According to the National Conference of State Legislatures, as of November 4, 2020, “a total of 36 states, District of Columbia, Guam, Puerto Rico and U.S. Virgin Islands have approved comprehensive, publicly available medical marijuana/cannabis programs.”
Medical marijuana programs differ from state to state. In some states, authorities have allowed medical marijuana to help treat epilepsy, Parkinson’s, Alzheimer’s, HIV, and some cancers. Many require a doctor’s authorization, which designates specific levels of THC and CBDs or certain strains to treat the indicated illness.
Along with these laws, many states are allowing residents to participate in recreational marijuana use. This opens the door for people to choose to use cannabis in place of traditional over-the-counter medications. As laws change now and in the future, we may see more people using cannabis products without an official physician authorization to manage pain and discomfort instead of other OTC drugs.
Why choose cannabis over OTC drugs?
As more states legalize cannabis, people are starting to become interested in it as an alternative to traditional over-the-counter medicines. Not only could it be cheaper in the long run, but it doesn’t have the same slew of side effects that plague many OTC drugs. That could be because it’s a natural alternative to a synthetic drug, therefore potentially healthier for users compared to traditional OTC drugs.
There are also a lot of new ways to partake of cannabis products, so users don’t have to battle preconceived notions of becoming a “pothead” or “stoner.” Instead, they can add a tincture to their coffee, pop in a CBD gummy bear, or even use a cannabis-infused massage oil to help sore muscles relax. There is always the option to take a puff from a joint or your dry herb vaporizer, but those aren’t the only options anymore, which has helped cannabis’ image as a viable alternative to OTC drugs.
How does it work?
The human body already seems primed to interact well with cannabis products because of the endocannabinoid system (ECS). Whether or not you use cannabis products, you still have the endocannabinoid system, and its receptors jibe with cannabis. The ECS mostly supports important functions like memory, mood, appetite, sleep, and reproduction, which just so happen to be the areas that people tend to treat with over the counter (OTC) drugs.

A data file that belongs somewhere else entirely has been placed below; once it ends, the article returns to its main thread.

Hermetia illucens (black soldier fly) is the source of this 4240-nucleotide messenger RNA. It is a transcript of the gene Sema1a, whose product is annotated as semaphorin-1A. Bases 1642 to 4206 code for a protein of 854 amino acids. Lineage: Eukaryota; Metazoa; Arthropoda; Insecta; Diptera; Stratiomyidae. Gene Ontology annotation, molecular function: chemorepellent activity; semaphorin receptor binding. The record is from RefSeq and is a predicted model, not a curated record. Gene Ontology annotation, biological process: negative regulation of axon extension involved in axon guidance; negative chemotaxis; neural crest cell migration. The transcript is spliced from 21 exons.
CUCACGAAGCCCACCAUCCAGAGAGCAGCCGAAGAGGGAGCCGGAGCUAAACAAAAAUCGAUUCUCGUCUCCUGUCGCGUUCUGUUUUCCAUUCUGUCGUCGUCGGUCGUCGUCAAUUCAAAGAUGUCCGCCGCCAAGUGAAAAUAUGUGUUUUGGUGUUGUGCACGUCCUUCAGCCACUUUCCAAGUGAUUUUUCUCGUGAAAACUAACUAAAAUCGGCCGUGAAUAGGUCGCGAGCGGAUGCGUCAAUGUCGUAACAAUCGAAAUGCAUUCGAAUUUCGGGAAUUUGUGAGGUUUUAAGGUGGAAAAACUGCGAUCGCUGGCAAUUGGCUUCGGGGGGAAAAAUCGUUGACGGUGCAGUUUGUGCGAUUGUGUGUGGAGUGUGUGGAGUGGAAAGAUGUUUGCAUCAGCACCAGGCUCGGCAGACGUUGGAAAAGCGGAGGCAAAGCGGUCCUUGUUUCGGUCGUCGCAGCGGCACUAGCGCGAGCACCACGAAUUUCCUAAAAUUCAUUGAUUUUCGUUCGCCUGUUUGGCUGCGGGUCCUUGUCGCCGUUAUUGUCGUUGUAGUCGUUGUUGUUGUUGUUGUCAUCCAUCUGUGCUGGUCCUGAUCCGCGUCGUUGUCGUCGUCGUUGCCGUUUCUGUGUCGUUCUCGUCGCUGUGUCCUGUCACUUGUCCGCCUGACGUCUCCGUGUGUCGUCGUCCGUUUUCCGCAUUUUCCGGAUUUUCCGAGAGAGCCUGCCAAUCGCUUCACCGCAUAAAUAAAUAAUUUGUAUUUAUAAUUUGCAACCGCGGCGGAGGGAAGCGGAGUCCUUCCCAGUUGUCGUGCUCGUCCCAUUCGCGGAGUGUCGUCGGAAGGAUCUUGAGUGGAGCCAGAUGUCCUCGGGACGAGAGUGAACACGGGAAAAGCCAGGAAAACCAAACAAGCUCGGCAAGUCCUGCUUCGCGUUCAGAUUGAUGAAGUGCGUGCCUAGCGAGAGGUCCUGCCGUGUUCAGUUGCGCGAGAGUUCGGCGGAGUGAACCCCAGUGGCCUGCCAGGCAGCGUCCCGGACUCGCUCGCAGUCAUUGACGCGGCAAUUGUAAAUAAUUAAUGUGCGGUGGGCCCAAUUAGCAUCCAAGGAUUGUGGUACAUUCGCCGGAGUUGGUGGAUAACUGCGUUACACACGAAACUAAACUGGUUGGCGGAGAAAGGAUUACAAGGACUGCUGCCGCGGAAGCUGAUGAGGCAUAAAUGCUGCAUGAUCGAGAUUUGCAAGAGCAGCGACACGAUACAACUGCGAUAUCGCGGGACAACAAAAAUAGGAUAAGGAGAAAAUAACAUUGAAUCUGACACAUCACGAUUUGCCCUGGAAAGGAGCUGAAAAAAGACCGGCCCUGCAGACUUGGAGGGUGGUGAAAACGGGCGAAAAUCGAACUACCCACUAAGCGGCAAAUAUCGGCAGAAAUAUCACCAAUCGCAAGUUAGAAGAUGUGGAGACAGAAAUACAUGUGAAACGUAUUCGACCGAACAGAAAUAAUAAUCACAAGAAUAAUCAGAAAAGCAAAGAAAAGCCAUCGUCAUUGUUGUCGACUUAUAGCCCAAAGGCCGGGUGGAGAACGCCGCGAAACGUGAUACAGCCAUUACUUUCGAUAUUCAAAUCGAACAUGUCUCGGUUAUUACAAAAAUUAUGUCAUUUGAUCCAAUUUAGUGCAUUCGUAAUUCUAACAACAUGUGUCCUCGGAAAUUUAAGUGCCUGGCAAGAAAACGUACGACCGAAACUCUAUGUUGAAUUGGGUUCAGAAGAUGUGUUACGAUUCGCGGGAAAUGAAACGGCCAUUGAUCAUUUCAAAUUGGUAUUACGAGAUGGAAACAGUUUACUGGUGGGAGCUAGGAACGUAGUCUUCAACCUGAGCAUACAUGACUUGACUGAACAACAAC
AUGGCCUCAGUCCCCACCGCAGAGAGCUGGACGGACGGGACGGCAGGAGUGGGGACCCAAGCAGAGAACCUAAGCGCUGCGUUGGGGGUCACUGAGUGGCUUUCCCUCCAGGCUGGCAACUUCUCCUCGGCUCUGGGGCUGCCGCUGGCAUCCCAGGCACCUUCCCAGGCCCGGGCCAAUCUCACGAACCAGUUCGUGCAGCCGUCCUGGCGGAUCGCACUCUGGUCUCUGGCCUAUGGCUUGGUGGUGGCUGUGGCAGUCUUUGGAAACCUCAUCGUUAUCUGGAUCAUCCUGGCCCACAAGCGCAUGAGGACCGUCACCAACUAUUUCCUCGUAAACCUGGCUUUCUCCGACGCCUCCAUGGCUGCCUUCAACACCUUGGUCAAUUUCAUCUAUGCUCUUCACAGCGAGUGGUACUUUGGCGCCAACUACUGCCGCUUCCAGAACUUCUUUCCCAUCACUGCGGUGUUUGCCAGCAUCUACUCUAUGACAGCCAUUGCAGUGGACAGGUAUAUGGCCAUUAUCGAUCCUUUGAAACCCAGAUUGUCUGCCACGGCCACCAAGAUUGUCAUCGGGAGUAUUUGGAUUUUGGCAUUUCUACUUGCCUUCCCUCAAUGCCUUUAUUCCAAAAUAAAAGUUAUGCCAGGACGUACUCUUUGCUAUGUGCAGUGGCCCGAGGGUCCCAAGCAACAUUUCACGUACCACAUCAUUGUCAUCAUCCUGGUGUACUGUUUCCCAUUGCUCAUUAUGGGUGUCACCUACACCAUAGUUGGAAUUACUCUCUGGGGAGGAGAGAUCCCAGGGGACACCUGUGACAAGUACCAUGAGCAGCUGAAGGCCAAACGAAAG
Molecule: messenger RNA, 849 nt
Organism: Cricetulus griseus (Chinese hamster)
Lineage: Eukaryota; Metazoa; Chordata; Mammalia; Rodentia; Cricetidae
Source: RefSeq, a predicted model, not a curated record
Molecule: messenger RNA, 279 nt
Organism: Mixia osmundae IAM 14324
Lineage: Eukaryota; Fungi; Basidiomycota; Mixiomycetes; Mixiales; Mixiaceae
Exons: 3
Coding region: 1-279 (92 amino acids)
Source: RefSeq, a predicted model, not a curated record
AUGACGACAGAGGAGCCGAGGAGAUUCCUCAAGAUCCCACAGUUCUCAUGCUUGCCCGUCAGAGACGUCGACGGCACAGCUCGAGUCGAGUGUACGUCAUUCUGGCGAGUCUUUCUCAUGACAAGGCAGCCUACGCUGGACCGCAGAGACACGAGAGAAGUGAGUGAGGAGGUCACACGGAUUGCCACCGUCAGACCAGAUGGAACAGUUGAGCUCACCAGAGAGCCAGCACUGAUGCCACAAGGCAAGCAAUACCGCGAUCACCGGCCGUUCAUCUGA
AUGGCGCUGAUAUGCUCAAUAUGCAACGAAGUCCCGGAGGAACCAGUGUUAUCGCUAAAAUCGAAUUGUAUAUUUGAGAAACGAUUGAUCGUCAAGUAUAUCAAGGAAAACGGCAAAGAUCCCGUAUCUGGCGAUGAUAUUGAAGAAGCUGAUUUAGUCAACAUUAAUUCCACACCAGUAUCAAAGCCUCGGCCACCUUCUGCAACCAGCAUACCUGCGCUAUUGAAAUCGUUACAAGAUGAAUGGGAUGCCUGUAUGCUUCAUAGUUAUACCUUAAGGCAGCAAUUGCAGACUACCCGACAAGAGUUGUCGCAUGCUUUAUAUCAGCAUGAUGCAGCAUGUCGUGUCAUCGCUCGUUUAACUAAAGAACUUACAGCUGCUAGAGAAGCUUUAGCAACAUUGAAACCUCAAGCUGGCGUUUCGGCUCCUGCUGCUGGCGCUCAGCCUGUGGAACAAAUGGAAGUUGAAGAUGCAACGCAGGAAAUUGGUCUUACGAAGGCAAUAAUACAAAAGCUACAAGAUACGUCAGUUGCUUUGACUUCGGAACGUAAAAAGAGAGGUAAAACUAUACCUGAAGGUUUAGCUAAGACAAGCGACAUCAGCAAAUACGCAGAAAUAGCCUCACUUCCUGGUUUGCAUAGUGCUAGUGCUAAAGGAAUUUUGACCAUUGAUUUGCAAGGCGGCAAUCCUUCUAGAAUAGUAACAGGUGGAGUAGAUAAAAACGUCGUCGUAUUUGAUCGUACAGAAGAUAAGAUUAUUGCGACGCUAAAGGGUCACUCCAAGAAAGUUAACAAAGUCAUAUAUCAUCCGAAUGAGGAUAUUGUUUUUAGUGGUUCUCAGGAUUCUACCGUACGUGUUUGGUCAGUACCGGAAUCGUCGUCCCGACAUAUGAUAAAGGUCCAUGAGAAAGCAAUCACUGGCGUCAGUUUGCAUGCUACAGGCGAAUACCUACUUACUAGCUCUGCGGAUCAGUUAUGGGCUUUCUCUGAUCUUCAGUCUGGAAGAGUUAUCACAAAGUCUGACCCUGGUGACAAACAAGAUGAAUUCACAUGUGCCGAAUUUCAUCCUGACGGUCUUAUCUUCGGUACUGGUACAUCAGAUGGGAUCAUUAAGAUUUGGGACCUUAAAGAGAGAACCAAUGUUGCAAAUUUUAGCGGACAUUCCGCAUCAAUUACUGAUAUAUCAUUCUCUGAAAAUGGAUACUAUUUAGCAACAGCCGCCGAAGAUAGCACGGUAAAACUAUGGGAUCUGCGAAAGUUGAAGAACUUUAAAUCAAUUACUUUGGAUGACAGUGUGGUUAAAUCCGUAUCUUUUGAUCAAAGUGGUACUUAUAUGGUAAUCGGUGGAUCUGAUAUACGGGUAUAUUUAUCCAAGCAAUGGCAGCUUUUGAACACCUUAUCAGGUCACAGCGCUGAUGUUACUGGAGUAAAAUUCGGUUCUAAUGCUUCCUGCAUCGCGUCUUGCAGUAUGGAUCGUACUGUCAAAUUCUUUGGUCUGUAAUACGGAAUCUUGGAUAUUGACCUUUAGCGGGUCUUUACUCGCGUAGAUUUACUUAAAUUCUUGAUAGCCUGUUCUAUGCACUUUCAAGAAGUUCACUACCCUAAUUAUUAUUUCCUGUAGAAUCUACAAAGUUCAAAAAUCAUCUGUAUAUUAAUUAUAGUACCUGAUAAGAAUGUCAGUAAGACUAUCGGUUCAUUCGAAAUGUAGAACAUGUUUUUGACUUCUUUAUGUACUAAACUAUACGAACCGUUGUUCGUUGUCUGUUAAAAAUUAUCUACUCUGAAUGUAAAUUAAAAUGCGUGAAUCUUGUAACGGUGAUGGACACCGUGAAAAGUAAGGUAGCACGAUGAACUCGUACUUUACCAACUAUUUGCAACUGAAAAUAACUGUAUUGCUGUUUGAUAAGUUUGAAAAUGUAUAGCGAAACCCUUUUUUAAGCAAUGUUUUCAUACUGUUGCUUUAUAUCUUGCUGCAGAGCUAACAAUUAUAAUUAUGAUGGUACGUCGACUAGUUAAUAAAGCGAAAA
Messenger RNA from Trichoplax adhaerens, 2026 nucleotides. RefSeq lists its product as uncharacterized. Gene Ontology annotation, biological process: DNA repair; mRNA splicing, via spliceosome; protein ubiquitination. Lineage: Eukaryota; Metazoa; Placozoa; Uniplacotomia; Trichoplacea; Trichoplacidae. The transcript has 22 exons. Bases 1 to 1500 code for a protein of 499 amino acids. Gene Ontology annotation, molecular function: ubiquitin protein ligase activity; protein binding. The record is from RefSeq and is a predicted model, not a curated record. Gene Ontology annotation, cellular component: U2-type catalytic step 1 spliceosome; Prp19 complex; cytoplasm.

Cannabidiol (CBD) is found in high concentrations in hemp and CBD-dominant strains of weed. Many states have legalized or at least decriminalized CBD that comes from hemp because there is less than 0.3% THC, the psychoactive compound in cannabis. When CBD binds to the receptors in the ECS, it helps calm things down in the digestive area as well as subduing chronic pain and sleep problems. CBD also doesn’t have potential side effects the way THC does.
On the other hand, Tetrahydrocannabinol (THC), isn’t legal in many states, and it’s still illegal on a federal level, even if individual states have legalized it. People don’t typically think of THC-dominant strains for pain relief, but strains with more THC can help with pain as well as increase appetite and focus.
Your endocannabinoid system is thought to help your body achieve homeostasis, or the state of equilibrium. There is still a lot of research to be done to provide definitive answers, but it’s generally accepted that cannabis products can help the endocannabinoid system do its job keeping everything in check.
What can cannabis help?
Cannabis has been associated with relief for the following:
- Sleep Disorders
- Chronic Pain
- Migraine Headaches
- Attention Problems
It’s important to note that different strains of cannabis will have varying effects on the body. The strains that help with focus may not help with anxiety. Hybrids that help with sleep disorders might not mix well with people who battle with depression. Luckily, there is a lot of research on the different hybrids to help you make decisions that will best address your symptoms.
It’s also worth noting that cannabis isn’t a perfect product. There isn’t federal regulation yet, so you need to do a lot of research before purchasing through a dispensary. There is also the potential for bad trips if you use strains that are THC-dominant. Some cannabis products can increase sensitivity, which could be a problem for some people seeking relief from specific ailments. Additionally, certain strains aren’t safe for use when you’re out and about or needing to make important life decisions. Before using any cannabis product, make sure that you’re in an environment with safety precautions in place.
That said, it’s looking more and more like cannabis products will make some big waves in the OTC market in the coming years. Some Big Box stores are even rolling out hemp-derived CBD products to help people treat various ailments. Hopefully increased availability and acceptance of cannabis products will lead to more people experiencing the benefits cannabis can bring to the table.
Whether you are incorporating cannabis into your lifestyle for the first time, or continuing to use it to enhance your life, make sure that you are equipped with the best accessories. Our 2 and 4 piece grinders, one hitter dugouts, stash boxes and smell proof bags can help take your herb-use experiences to new heights.